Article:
When I first read the book Rest, maybe 7 years ago, I was tired of running the rat race. I was desperate for permission to rest and I had observed that some people I knew actively chose a day of rest. I was uncertain howto apply the idea of weekly rest to my life and Kent’s book gave me a starting place to build some pause in my crazy week-to-week.
Regular, weekly rest?
The word and idea of weekly rest continued to grow when I met Jeremy, for whom Saturday was an intentional, specific and important rest day. He is a disciplined person and had many routines in his week, but Sabbath had celebratory, almost sacred rituals. This practice intrigued me, and in fact, the desire and ability to rest together was key for both of us in valuing our relationship early on.
I chose to re-read Rest this past Spring because the roots and observation of Sabbath had been on my mind. Resting seems vague, what is Sabbath really about? Is it fair to plan to take a day of rest on a day when others usually want to hang out? In other words, is there still reason to Sabbath, and what does that look like in our actual lives, especially as we enter a new season?
As I read, once again, I learned and was re-affirmed in my desire for a weekly rest. I also saw ways that we could grow in our practice of it. Kent describes Sabbath as a day more focused on loving God and loving others. We see it as a day resting from giving to others so we can be refueled to focus on loving God and others the other six days.
An interesting tension that I don’t think we’ve reconciled so much as recognized that we want both in our weeks. Re-reading Rest challenged and encouraged me to consider the details of the Koziols observation of Sabbath in 2017 and beyond, so to speak. What is my hope for Sabbath in 10 years? What can I incorporate now?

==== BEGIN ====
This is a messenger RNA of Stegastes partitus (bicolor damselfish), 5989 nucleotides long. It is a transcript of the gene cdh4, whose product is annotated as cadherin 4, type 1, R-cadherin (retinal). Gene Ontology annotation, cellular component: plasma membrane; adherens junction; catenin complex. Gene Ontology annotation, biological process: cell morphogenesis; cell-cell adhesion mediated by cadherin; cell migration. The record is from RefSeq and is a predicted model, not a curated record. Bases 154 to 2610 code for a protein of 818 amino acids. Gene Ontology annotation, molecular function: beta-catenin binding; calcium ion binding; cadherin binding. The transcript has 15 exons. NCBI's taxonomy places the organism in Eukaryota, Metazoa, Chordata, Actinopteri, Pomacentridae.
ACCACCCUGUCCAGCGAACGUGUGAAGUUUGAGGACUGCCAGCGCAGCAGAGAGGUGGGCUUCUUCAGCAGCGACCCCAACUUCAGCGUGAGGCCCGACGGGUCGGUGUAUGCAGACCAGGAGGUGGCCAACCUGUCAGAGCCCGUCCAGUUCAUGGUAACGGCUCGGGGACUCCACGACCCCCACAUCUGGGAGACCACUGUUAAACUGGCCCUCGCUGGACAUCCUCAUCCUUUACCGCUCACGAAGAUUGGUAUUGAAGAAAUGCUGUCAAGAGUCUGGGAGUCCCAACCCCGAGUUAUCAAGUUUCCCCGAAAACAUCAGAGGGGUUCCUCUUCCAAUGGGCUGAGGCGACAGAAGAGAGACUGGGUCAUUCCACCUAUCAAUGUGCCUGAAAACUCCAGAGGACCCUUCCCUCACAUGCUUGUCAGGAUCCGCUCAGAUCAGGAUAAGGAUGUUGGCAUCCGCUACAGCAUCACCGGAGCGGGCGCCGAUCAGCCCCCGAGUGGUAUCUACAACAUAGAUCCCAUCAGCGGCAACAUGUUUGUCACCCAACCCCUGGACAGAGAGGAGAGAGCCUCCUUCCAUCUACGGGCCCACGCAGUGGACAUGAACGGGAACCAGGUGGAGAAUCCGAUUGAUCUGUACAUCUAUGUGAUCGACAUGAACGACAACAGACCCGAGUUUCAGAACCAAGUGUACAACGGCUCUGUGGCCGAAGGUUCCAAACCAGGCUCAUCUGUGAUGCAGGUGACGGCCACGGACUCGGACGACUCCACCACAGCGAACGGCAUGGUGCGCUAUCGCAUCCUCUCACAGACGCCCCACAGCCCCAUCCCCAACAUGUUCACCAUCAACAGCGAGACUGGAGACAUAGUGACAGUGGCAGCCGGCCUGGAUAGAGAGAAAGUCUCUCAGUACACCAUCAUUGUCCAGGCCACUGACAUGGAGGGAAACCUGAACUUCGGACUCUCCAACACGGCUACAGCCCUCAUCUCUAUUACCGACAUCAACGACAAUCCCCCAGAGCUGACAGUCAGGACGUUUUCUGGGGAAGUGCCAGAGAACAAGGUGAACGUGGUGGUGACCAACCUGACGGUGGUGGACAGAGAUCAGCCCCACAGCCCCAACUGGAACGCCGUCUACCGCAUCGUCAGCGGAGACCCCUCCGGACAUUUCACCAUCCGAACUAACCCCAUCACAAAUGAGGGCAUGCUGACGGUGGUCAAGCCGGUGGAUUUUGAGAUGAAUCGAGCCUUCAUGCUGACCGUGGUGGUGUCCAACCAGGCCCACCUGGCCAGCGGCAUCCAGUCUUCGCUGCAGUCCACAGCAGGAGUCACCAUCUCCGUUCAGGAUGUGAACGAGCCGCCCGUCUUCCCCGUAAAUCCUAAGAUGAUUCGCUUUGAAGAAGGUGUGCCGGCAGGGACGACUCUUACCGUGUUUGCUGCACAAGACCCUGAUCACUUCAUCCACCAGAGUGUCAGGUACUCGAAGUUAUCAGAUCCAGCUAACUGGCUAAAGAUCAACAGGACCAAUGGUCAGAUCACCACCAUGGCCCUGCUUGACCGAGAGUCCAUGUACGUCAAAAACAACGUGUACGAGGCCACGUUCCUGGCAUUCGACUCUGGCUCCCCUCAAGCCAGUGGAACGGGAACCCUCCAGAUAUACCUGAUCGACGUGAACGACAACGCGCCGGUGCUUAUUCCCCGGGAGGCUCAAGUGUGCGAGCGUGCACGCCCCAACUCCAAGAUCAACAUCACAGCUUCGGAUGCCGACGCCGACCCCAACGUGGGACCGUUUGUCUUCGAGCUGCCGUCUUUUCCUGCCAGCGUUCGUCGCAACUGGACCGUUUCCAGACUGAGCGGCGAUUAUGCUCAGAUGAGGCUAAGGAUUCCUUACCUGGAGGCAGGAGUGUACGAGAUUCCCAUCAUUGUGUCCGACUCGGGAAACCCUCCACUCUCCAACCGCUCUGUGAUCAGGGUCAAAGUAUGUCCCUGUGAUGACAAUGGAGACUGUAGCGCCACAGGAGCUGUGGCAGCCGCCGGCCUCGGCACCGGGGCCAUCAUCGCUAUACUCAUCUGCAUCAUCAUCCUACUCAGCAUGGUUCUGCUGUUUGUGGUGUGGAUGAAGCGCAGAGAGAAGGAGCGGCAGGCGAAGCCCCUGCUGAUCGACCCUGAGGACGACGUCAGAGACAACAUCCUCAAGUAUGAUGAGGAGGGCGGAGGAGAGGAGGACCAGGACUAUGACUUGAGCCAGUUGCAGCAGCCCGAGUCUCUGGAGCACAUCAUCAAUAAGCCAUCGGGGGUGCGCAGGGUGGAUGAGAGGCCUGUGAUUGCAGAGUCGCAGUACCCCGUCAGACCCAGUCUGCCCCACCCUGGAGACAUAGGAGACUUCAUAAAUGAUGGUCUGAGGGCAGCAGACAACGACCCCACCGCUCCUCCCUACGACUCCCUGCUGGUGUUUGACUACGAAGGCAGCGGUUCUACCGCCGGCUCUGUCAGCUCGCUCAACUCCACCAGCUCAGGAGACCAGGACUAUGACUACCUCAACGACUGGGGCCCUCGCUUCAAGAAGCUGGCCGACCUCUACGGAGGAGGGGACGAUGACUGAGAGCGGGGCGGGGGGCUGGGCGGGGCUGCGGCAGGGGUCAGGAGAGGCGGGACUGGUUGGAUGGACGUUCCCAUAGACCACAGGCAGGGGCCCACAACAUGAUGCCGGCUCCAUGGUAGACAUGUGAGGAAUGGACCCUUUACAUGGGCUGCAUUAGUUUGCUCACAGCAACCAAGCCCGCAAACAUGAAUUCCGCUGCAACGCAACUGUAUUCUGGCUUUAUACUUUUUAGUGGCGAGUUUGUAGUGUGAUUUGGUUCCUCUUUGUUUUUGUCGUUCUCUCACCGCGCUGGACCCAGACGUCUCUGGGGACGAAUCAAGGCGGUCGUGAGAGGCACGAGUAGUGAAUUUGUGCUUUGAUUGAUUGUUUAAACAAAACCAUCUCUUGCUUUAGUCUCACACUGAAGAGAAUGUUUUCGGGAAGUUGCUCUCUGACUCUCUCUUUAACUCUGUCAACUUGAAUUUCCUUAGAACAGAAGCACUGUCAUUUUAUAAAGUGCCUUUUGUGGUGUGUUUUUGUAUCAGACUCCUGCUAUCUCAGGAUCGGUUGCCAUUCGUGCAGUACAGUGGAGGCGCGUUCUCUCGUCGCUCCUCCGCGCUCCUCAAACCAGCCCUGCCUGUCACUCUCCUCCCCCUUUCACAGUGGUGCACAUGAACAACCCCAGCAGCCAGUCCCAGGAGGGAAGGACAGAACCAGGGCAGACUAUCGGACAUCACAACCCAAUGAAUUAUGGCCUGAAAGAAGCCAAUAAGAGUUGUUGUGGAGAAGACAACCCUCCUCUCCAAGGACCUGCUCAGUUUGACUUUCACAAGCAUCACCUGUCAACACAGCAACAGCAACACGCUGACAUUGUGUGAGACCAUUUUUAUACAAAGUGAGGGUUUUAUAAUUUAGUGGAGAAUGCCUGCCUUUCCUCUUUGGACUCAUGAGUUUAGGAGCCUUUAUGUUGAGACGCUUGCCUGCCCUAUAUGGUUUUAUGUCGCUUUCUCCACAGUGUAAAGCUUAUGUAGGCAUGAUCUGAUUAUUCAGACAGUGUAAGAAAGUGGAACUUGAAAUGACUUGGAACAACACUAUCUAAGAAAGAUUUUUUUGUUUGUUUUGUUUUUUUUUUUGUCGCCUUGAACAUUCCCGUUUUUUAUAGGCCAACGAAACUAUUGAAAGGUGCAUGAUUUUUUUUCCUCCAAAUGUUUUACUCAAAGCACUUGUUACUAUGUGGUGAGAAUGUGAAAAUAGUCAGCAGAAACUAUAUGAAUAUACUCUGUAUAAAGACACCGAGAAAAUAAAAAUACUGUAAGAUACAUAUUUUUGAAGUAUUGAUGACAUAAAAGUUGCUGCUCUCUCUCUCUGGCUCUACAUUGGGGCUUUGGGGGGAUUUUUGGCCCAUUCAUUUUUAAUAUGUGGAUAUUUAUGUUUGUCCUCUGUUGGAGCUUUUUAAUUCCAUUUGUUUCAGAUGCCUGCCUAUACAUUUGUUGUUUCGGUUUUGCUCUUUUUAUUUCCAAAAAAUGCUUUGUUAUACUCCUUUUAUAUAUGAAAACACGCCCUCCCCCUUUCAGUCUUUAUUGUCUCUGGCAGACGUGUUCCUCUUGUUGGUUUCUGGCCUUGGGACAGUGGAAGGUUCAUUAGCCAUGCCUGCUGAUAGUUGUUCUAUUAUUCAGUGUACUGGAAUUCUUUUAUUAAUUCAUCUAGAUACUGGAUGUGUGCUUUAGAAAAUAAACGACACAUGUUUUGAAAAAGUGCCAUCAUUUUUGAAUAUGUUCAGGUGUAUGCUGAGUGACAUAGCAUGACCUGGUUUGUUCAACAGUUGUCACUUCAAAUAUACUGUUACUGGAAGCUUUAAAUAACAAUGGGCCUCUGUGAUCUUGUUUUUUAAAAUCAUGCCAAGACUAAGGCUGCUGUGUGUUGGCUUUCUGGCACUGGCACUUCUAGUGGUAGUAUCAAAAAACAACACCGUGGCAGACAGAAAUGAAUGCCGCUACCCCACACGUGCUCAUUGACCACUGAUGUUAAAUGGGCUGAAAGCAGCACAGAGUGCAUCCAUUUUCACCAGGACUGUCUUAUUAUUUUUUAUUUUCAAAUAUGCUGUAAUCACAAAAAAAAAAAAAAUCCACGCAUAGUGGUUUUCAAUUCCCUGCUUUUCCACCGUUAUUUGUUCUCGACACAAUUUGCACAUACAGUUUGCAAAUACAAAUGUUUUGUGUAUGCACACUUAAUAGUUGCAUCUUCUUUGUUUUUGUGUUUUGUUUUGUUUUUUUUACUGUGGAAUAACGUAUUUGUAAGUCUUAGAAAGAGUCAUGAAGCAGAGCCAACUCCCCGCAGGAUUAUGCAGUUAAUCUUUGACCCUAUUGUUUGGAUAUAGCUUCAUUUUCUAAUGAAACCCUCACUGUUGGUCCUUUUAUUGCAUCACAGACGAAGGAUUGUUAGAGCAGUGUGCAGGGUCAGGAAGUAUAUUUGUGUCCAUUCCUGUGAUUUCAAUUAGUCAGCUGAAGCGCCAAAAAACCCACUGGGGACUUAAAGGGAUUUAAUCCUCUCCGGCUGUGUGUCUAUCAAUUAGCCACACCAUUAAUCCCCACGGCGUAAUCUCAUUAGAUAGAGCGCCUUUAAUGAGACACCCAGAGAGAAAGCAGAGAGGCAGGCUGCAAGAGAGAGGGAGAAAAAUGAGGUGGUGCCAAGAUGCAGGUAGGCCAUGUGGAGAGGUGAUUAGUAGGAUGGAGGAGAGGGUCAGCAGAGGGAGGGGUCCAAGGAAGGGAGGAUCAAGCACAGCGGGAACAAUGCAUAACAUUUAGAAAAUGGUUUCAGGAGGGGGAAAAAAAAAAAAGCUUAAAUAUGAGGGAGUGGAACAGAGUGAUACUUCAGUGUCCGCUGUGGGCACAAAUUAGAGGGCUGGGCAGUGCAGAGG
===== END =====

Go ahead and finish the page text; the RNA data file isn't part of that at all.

What does regular, weekly rest look like?
I really like some of the ancient Jewish ways of practicing, such as welcoming the Sabbath with a family meal, candles, best dishes and words of thanksgiving, blessing, remembrance. This idea is not something I feel I have to do or that everyone should do, it is something that I am fascinated by and want to observe in our home. Since Saturday seems to be the day that works best for us, starting with a Friday evening meal at sunset is one way I can revise our lives to emphasize Sabbath.
Doing so will mean preparation during the week and more challenge on the Fridays I work, but I am grateful that there is freedom both to make a special feast or to order take-out. I hope that my family will want to participate in this time, but there are many options for a Friday night! The details of what follows – talking a walk, telling stories, or playing games – are less important to me than the time for family to gather and share a meal, and then spend time making memories together.
Our Saturdays will in some ways remain unchanged, but I think there are revisions we can make here as well. We’d like Saturday to include time for me to rest, for Jeremy to rest and for us to rest together. We may not rest in the same ways or at the same time. We may choose to not go shopping and be available relationally, or we may need some time to simply be. Saturday evenings are usually date night for us.
Sundays are usually a time to gather and celebrate with our larger family. As teachers, Sunday afternoons are usually spent preparing for the week ahead, doing chores, or as a catch-up day. There is something unique about creating and maintaining a weekly rest and there are challenges.
The good news? Sabbath is a practice and a journey, and I’m in the middle of it. Also, I’m not alone in it. Can’t wait to hear your thoughts!
If you are curious to learn more, read chapter 3 of Keri Wyatt Kent’s book Rest, available here. Join us next week for part 2 of Chapter 3!